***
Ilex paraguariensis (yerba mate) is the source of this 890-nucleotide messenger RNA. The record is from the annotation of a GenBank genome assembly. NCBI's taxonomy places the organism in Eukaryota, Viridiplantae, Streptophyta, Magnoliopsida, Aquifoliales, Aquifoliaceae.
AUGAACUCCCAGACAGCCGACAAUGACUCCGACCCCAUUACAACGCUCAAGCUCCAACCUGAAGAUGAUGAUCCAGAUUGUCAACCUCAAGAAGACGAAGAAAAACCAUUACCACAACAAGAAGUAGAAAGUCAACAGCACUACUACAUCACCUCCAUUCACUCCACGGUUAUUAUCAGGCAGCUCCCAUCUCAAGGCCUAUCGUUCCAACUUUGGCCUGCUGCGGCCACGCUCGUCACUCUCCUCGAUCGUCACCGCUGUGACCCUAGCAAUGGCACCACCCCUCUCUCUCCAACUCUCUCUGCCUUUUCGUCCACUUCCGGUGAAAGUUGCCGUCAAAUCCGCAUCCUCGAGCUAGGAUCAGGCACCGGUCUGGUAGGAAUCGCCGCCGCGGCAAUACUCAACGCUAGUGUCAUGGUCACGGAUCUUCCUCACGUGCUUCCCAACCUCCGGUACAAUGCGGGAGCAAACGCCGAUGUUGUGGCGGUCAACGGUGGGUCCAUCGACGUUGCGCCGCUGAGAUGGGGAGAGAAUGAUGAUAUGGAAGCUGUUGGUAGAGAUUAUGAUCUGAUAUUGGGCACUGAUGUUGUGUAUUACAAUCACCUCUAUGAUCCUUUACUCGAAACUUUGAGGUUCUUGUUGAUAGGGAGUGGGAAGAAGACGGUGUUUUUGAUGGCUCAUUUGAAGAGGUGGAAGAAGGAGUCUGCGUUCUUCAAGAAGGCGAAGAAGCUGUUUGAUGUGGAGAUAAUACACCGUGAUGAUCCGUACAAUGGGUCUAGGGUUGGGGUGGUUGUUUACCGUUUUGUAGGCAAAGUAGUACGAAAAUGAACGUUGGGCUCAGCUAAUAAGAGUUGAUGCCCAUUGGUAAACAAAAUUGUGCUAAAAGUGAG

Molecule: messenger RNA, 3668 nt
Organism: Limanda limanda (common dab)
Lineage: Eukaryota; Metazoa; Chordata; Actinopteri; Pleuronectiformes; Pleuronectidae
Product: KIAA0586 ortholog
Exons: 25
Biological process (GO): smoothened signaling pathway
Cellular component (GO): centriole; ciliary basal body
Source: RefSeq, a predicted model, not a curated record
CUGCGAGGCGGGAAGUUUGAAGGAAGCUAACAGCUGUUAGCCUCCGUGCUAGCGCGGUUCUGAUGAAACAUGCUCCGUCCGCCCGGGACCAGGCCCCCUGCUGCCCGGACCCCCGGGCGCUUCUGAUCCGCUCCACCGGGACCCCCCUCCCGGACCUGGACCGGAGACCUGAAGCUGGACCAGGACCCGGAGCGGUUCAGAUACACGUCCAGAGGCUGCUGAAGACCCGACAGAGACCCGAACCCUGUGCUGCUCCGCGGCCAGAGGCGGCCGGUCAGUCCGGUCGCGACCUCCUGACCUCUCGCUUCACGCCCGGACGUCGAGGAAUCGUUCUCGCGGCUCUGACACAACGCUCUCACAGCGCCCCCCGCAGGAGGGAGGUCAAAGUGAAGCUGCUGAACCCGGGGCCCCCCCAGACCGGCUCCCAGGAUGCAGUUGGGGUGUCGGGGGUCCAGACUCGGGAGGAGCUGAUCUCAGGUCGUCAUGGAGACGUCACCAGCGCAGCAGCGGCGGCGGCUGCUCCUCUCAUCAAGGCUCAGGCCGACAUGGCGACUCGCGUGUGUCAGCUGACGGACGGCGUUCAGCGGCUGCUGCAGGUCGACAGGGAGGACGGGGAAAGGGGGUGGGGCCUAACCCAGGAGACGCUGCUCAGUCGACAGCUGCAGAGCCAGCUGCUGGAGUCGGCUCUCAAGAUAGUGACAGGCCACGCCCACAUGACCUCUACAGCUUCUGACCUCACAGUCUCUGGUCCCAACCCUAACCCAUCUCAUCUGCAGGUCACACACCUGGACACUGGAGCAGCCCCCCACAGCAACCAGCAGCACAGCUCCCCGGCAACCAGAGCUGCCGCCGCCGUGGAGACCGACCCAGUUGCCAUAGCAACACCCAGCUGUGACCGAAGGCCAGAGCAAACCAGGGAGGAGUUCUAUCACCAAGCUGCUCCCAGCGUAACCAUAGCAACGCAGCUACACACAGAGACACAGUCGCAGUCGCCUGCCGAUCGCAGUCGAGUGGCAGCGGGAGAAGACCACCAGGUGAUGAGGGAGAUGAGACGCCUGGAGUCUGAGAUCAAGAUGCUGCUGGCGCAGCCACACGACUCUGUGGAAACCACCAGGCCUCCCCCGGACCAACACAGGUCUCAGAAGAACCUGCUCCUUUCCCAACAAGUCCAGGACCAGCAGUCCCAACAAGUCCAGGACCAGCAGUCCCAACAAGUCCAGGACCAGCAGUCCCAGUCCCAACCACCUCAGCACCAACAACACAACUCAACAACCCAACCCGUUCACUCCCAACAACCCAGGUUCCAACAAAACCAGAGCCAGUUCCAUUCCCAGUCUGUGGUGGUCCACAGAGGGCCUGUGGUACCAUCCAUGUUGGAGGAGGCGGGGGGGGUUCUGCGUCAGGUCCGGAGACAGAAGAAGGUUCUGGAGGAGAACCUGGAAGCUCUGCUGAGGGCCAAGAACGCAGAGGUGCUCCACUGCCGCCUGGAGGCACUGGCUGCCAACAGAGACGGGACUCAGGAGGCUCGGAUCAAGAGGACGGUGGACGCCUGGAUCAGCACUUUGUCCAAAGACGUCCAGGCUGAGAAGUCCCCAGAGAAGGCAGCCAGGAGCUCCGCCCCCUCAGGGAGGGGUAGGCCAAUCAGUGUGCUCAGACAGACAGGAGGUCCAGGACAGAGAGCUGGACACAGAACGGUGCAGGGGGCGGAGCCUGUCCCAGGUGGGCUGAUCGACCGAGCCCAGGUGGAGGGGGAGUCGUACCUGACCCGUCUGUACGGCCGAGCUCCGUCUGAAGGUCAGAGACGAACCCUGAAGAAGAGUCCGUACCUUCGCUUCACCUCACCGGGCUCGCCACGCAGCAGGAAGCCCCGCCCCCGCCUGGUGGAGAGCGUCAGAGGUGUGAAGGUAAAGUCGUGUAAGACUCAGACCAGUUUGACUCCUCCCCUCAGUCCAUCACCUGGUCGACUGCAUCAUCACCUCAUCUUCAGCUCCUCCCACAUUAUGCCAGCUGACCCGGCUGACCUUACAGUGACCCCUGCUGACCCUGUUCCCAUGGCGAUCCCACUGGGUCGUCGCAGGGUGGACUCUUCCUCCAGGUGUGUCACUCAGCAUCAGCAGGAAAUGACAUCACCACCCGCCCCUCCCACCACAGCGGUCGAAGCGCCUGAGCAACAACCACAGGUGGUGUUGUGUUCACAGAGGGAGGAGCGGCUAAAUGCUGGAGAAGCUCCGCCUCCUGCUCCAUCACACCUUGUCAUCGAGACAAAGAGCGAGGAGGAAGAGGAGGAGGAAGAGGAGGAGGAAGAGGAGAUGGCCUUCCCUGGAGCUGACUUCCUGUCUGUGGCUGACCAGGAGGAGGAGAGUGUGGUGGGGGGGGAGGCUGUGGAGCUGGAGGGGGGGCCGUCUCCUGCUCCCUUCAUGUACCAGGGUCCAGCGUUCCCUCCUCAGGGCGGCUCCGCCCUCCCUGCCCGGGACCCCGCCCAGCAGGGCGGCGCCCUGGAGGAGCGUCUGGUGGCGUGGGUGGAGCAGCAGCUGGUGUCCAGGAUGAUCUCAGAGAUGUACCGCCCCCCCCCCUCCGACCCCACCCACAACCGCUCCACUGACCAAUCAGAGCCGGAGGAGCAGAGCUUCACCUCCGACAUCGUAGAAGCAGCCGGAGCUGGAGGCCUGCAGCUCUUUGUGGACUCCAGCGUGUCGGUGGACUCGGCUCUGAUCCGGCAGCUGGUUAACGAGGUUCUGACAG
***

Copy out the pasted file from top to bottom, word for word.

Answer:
Ilex paraguariensis (yerba mate) is the source of this 890-nucleotide messenger RNA. The record is from the annotation of a GenBank genome assembly. NCBI's taxonomy places the organism in Eukaryota, Viridiplantae, Streptophyta, Magnoliopsida, Aquifoliales, Aquifoliaceae.
AUGAACUCCCAGACAGCCGACAAUGACUCCGACCCCAUUACAACGCUCAAGCUCCAACCUGAAGAUGAUGAUCCAGAUUGUCAACCUCAAGAAGACGAAGAAAAACCAUUACCACAACAAGAAGUAGAAAGUCAACAGCACUACUACAUCACCUCCAUUCACUCCACGGUUAUUAUCAGGCAGCUCCCAUCUCAAGGCCUAUCGUUCCAACUUUGGCCUGCUGCGGCCACGCUCGUCACUCUCCUCGAUCGUCACCGCUGUGACCCUAGCAAUGGCACCACCCCUCUCUCUCCAACUCUCUCUGCCUUUUCGUCCACUUCCGGUGAAAGUUGCCGUCAAAUCCGCAUCCUCGAGCUAGGAUCAGGCACCGGUCUGGUAGGAAUCGCCGCCGCGGCAAUACUCAACGCUAGUGUCAUGGUCACGGAUCUUCCUCACGUGCUUCCCAACCUCCGGUACAAUGCGGGAGCAAACGCCGAUGUUGUGGCGGUCAACGGUGGGUCCAUCGACGUUGCGCCGCUGAGAUGGGGAGAGAAUGAUGAUAUGGAAGCUGUUGGUAGAGAUUAUGAUCUGAUAUUGGGCACUGAUGUUGUGUAUUACAAUCACCUCUAUGAUCCUUUACUCGAAACUUUGAGGUUCUUGUUGAUAGGGAGUGGGAAGAAGACGGUGUUUUUGAUGGCUCAUUUGAAGAGGUGGAAGAAGGAGUCUGCGUUCUUCAAGAAGGCGAAGAAGCUGUUUGAUGUGGAGAUAAUACACCGUGAUGAUCCGUACAAUGGGUCUAGGGUUGGGGUGGUUGUUUACCGUUUUGUAGGCAAAGUAGUACGAAAAUGAACGUUGGGCUCAGCUAAUAAGAGUUGAUGCCCAUUGGUAAACAAAAUUGUGCUAAAAGUGAG

Molecule: messenger RNA, 3668 nt
Organism: Limanda limanda (common dab)
Lineage: Eukaryota; Metazoa; Chordata; Actinopteri; Pleuronectiformes; Pleuronectidae
Product: KIAA0586 ortholog
Exons: 25
Biological process (GO): smoothened signaling pathway
Cellular component (GO): centriole; ciliary basal body
Source: RefSeq, a predicted model, not a curated record
CUGCGAGGCGGGAAGUUUGAAGGAAGCUAACAGCUGUUAGCCUCCGUGCUAGCGCGGUUCUGAUGAAACAUGCUCCGUCCGCCCGGGACCAGGCCCCCUGCUGCCCGGACCCCCGGGCGCUUCUGAUCCGCUCCACCGGGACCCCCCUCCCGGACCUGGACCGGAGACCUGAAGCUGGACCAGGACCCGGAGCGGUUCAGAUACACGUCCAGAGGCUGCUGAAGACCCGACAGAGACCCGAACCCUGUGCUGCUCCGCGGCCAGAGGCGGCCGGUCAGUCCGGUCGCGACCUCCUGACCUCUCGCUUCACGCCCGGACGUCGAGGAAUCGUUCUCGCGGCUCUGACACAACGCUCUCACAGCGCCCCCCGCAGGAGGGAGGUCAAAGUGAAGCUGCUGAACCCGGGGCCCCCCCAGACCGGCUCCCAGGAUGCAGUUGGGGUGUCGGGGGUCCAGACUCGGGAGGAGCUGAUCUCAGGUCGUCAUGGAGACGUCACCAGCGCAGCAGCGGCGGCGGCUGCUCCUCUCAUCAAGGCUCAGGCCGACAUGGCGACUCGCGUGUGUCAGCUGACGGACGGCGUUCAGCGGCUGCUGCAGGUCGACAGGGAGGACGGGGAAAGGGGGUGGGGCCUAACCCAGGAGACGCUGCUCAGUCGACAGCUGCAGAGCCAGCUGCUGGAGUCGGCUCUCAAGAUAGUGACAGGCCACGCCCACAUGACCUCUACAGCUUCUGACCUCACAGUCUCUGGUCCCAACCCUAACCCAUCUCAUCUGCAGGUCACACACCUGGACACUGGAGCAGCCCCCCACAGCAACCAGCAGCACAGCUCCCCGGCAACCAGAGCUGCCGCCGCCGUGGAGACCGACCCAGUUGCCAUAGCAACACCCAGCUGUGACCGAAGGCCAGAGCAAACCAGGGAGGAGUUCUAUCACCAAGCUGCUCCCAGCGUAACCAUAGCAACGCAGCUACACACAGAGACACAGUCGCAGUCGCCUGCCGAUCGCAGUCGAGUGGCAGCGGGAGAAGACCACCAGGUGAUGAGGGAGAUGAGACGCCUGGAGUCUGAGAUCAAGAUGCUGCUGGCGCAGCCACACGACUCUGUGGAAACCACCAGGCCUCCCCCGGACCAACACAGGUCUCAGAAGAACCUGCUCCUUUCCCAACAAGUCCAGGACCAGCAGUCCCAACAAGUCCAGGACCAGCAGUCCCAACAAGUCCAGGACCAGCAGUCCCAGUCCCAACCACCUCAGCACCAACAACACAACUCAACAACCCAACCCGUUCACUCCCAACAACCCAGGUUCCAACAAAACCAGAGCCAGUUCCAUUCCCAGUCUGUGGUGGUCCACAGAGGGCCUGUGGUACCAUCCAUGUUGGAGGAGGCGGGGGGGGUUCUGCGUCAGGUCCGGAGACAGAAGAAGGUUCUGGAGGAGAACCUGGAAGCUCUGCUGAGGGCCAAGAACGCAGAGGUGCUCCACUGCCGCCUGGAGGCACUGGCUGCCAACAGAGACGGGACUCAGGAGGCUCGGAUCAAGAGGACGGUGGACGCCUGGAUCAGCACUUUGUCCAAAGACGUCCAGGCUGAGAAGUCCCCAGAGAAGGCAGCCAGGAGCUCCGCCCCCUCAGGGAGGGGUAGGCCAAUCAGUGUGCUCAGACAGACAGGAGGUCCAGGACAGAGAGCUGGACACAGAACGGUGCAGGGGGCGGAGCCUGUCCCAGGUGGGCUGAUCGACCGAGCCCAGGUGGAGGGGGAGUCGUACCUGACCCGUCUGUACGGCCGAGCUCCGUCUGAAGGUCAGAGACGAACCCUGAAGAAGAGUCCGUACCUUCGCUUCACCUCACCGGGCUCGCCACGCAGCAGGAAGCCCCGCCCCCGCCUGGUGGAGAGCGUCAGAGGUGUGAAGGUAAAGUCGUGUAAGACUCAGACCAGUUUGACUCCUCCCCUCAGUCCAUCACCUGGUCGACUGCAUCAUCACCUCAUCUUCAGCUCCUCCCACAUUAUGCCAGCUGACCCGGCUGACCUUACAGUGACCCCUGCUGACCCUGUUCCCAUGGCGAUCCCACUGGGUCGUCGCAGGGUGGACUCUUCCUCCAGGUGUGUCACUCAGCAUCAGCAGGAAAUGACAUCACCACCCGCCCCUCCCACCACAGCGGUCGAAGCGCCUGAGCAACAACCACAGGUGGUGUUGUGUUCACAGAGGGAGGAGCGGCUAAAUGCUGGAGAAGCUCCGCCUCCUGCUCCAUCACACCUUGUCAUCGAGACAAAGAGCGAGGAGGAAGAGGAGGAGGAAGAGGAGGAGGAAGAGGAGAUGGCCUUCCCUGGAGCUGACUUCCUGUCUGUGGCUGACCAGGAGGAGGAGAGUGUGGUGGGGGGGGAGGCUGUGGAGCUGGAGGGGGGGCCGUCUCCUGCUCCCUUCAUGUACCAGGGUCCAGCGUUCCCUCCUCAGGGCGGCUCCGCCCUCCCUGCCCGGGACCCCGCCCAGCAGGGCGGCGCCCUGGAGGAGCGUCUGGUGGCGUGGGUGGAGCAGCAGCUGGUGUCCAGGAUGAUCUCAGAGAUGUACCGCCCCCCCCCCUCCGACCCCACCCACAACCGCUCCACUGACCAAUCAGAGCCGGAGGAGCAGAGCUUCACCUCCGACAUCGUAGAAGCAGCCGGAGCUGGAGGCCUGCAGCUCUUUGUGGACUCCAGCGUGUCGGUGGACUCGGCUCUGAUCCGGCAGCUGGUUAACGAGGUUCUGACAG